On Thursday evening of this week the staff of the library met to discuss the capital campaign supporting the Picton branch expansion.
I was thrilled to hear from Gisa, Evelyn and Leah that patrons across the county are excited and asking questions about the expansion. There is great interest and support in Picton, but it turns out not only here! It is gratifying to learn that library patrons throughout the county look forward to the benefits of a larger Picton branch.
This week I would like to introduce you to the honourary chairperson for the Picton Branch Expansion Fundraising Committee. Many of you will know Alexandra Bake. Alexandra and indeed her whole family have long taken a great interest and been strong supporters of the library. This is not surprising. Alexandra, growing up in Madrid, Spain tells the story of her mother founding a library at the local English school in order to provide English language reading material for the English speaking community in that city. At an early age she learned the Dewey Decimal System and never forgot it as later at school in England she volunteered in the school library.
Though Alexandra spent her childhood in Spain, she was enthralled by many of the same authors that we would have enjoyed in Canada. Her father spent many hours reading to his children favourite authors Kipling, Roahl Dahl, Arthur Ransome, and Kenneth Grahame. Alexandra remembers looking forward, on the occasions of every birthday and at Christmas to receiving books not available to her in Spain, from her grandmother in New Zealand – favourites the Milly Molly Mandy stories and “of course, Anne of Green Gables”.
Before settling into a career working in a graphic design and advertising agency that specialized in real estate development, Alexandra worked in England for the Antiquarian Booksellers Association. In that capacity she set up book Fairs and gained knowledge in the Antiquarian book trade. This interest eventually brought her to Prince Edward County to her own book store – Olivia and Co.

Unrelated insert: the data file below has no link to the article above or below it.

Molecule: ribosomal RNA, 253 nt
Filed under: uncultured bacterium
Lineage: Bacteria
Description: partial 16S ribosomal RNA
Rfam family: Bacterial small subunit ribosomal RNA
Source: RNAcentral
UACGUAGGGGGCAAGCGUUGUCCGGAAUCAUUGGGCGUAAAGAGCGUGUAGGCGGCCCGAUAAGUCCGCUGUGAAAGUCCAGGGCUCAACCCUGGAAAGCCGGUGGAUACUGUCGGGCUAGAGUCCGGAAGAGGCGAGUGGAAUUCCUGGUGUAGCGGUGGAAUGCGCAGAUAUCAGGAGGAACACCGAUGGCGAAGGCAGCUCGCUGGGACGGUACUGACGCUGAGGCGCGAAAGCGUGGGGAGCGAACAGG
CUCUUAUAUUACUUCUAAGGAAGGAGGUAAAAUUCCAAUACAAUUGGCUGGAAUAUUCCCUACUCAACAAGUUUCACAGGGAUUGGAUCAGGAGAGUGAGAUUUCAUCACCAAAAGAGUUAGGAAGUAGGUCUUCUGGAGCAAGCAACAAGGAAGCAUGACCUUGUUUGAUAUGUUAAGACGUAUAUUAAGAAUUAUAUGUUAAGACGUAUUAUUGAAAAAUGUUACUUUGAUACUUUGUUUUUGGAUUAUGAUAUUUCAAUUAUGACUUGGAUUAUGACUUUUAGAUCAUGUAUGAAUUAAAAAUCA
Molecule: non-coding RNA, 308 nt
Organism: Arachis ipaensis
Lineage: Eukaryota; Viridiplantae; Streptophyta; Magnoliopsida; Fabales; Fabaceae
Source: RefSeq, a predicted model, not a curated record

Alexandra says of her move to Picton: “My arrival in Picton allowed me to marry my life-long love of books with an equal passion for built heritage, downtown revitalization and ultimately a deep commitment to Picton, the small Ontario town that became my family’s adopted home after many years of wandering across the world”. She goes on to say of this community …”it is the generosity of spirit, strong sense of community and kind neighbours that allowed me to finally find a place where I felt that I could truly put down roots, belong and contribute.”
Contribute she has. Alexandra and her brother have tackled several restoration projects in Picton. The first was the Gilbert and Lighthall building. That project earned two heritage awards. This was followed by the restoration of the former Public Utilities Commission at 187 Main and the Edward Building, now a town landmark. The merging of Books on the Bay and Olivia and Co. in 2007 resulted in the transformation of the former Lipson’s Department Store into a vibrant hub, combining bookstore and café to create a desirable destination for all book and coffee lovers.
We are very grateful to Alexandra for agreeing to help the library to reach the financial goal that will allow us to double the size of the library. Well-read, a citizen of the world, a book devotee, a business woman, and someone with an appreciation for built heritage – in Alexandra I think we have the perfect champion for our project.
If you would like to help contact me by phone or e-mail (613-476-5962, firstname.lastname@example.org).